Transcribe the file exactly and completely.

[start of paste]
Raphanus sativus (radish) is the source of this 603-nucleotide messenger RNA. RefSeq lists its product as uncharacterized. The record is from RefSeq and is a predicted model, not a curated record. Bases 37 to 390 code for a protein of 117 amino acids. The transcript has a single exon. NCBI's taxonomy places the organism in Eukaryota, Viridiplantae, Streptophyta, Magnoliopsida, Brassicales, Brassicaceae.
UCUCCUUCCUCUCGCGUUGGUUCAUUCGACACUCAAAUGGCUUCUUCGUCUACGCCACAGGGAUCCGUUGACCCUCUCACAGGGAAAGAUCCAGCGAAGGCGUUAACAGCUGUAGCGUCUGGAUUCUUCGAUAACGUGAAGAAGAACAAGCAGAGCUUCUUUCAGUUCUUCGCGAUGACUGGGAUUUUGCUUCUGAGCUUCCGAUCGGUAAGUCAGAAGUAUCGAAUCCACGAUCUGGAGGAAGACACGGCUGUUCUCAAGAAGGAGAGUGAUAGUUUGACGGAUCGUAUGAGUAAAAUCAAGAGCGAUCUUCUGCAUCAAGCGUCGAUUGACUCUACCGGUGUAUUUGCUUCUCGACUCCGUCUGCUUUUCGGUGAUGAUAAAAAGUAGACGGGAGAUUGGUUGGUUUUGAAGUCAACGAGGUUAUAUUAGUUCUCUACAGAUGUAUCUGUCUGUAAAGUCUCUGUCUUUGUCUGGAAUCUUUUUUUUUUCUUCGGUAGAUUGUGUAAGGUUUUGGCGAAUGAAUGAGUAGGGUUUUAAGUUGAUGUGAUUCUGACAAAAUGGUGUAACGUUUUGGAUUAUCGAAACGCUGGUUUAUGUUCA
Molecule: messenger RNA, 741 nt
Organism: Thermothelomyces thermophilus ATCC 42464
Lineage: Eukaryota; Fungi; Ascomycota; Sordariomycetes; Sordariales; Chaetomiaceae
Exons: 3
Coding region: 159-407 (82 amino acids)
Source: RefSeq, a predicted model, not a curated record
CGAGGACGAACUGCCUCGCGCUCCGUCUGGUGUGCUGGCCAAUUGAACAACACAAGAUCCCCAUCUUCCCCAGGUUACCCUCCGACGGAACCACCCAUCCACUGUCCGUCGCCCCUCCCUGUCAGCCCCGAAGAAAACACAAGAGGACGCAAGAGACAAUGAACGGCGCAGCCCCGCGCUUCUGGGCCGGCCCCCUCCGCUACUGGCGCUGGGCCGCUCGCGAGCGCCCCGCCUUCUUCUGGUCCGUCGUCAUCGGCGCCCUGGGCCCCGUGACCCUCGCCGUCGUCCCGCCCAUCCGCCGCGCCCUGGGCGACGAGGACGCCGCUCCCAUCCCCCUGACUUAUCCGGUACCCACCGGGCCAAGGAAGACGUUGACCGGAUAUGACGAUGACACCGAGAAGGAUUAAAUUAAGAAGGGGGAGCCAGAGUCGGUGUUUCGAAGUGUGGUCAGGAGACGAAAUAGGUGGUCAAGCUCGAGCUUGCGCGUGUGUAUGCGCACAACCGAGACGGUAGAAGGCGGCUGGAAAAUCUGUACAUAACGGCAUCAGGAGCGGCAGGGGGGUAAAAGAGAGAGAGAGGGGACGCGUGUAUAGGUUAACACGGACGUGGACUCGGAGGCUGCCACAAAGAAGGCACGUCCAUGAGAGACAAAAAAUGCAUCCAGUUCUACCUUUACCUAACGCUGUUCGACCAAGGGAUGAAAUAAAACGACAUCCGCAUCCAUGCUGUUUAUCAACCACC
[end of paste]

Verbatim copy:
Raphanus sativus (radish) is the source of this 603-nucleotide messenger RNA. RefSeq lists its product as uncharacterized. The record is from RefSeq and is a predicted model, not a curated record. Bases 37 to 390 code for a protein of 117 amino acids. The transcript has a single exon. NCBI's taxonomy places the organism in Eukaryota, Viridiplantae, Streptophyta, Magnoliopsida, Brassicales, Brassicaceae.
UCUCCUUCCUCUCGCGUUGGUUCAUUCGACACUCAAAUGGCUUCUUCGUCUACGCCACAGGGAUCCGUUGACCCUCUCACAGGGAAAGAUCCAGCGAAGGCGUUAACAGCUGUAGCGUCUGGAUUCUUCGAUAACGUGAAGAAGAACAAGCAGAGCUUCUUUCAGUUCUUCGCGAUGACUGGGAUUUUGCUUCUGAGCUUCCGAUCGGUAAGUCAGAAGUAUCGAAUCCACGAUCUGGAGGAAGACACGGCUGUUCUCAAGAAGGAGAGUGAUAGUUUGACGGAUCGUAUGAGUAAAAUCAAGAGCGAUCUUCUGCAUCAAGCGUCGAUUGACUCUACCGGUGUAUUUGCUUCUCGACUCCGUCUGCUUUUCGGUGAUGAUAAAAAGUAGACGGGAGAUUGGUUGGUUUUGAAGUCAACGAGGUUAUAUUAGUUCUCUACAGAUGUAUCUGUCUGUAAAGUCUCUGUCUUUGUCUGGAAUCUUUUUUUUUUCUUCGGUAGAUUGUGUAAGGUUUUGGCGAAUGAAUGAGUAGGGUUUUAAGUUGAUGUGAUUCUGACAAAAUGGUGUAACGUUUUGGAUUAUCGAAACGCUGGUUUAUGUUCA
Molecule: messenger RNA, 741 nt
Organism: Thermothelomyces thermophilus ATCC 42464
Lineage: Eukaryota; Fungi; Ascomycota; Sordariomycetes; Sordariales; Chaetomiaceae
Exons: 3
Coding region: 159-407 (82 amino acids)
Source: RefSeq, a predicted model, not a curated record
CGAGGACGAACUGCCUCGCGCUCCGUCUGGUGUGCUGGCCAAUUGAACAACACAAGAUCCCCAUCUUCCCCAGGUUACCCUCCGACGGAACCACCCAUCCACUGUCCGUCGCCCCUCCCUGUCAGCCCCGAAGAAAACACAAGAGGACGCAAGAGACAAUGAACGGCGCAGCCCCGCGCUUCUGGGCCGGCCCCCUCCGCUACUGGCGCUGGGCCGCUCGCGAGCGCCCCGCCUUCUUCUGGUCCGUCGUCAUCGGCGCCCUGGGCCCCGUGACCCUCGCCGUCGUCCCGCCCAUCCGCCGCGCCCUGGGCGACGAGGACGCCGCUCCCAUCCCCCUGACUUAUCCGGUACCCACCGGGCCAAGGAAGACGUUGACCGGAUAUGACGAUGACACCGAGAAGGAUUAAAUUAAGAAGGGGGAGCCAGAGUCGGUGUUUCGAAGUGUGGUCAGGAGACGAAAUAGGUGGUCAAGCUCGAGCUUGCGCGUGUGUAUGCGCACAACCGAGACGGUAGAAGGCGGCUGGAAAAUCUGUACAUAACGGCAUCAGGAGCGGCAGGGGGGUAAAAGAGAGAGAGAGGGGACGCGUGUAUAGGUUAACACGGACGUGGACUCGGAGGCUGCCACAAAGAAGGCACGUCCAUGAGAGACAAAAAAUGCAUCCAGUUCUACCUUUACCUAACGCUGUUCGACCAAGGGAUGAAAUAAAACGACAUCCGCAUCCAUGCUGUUUAUCAACCACC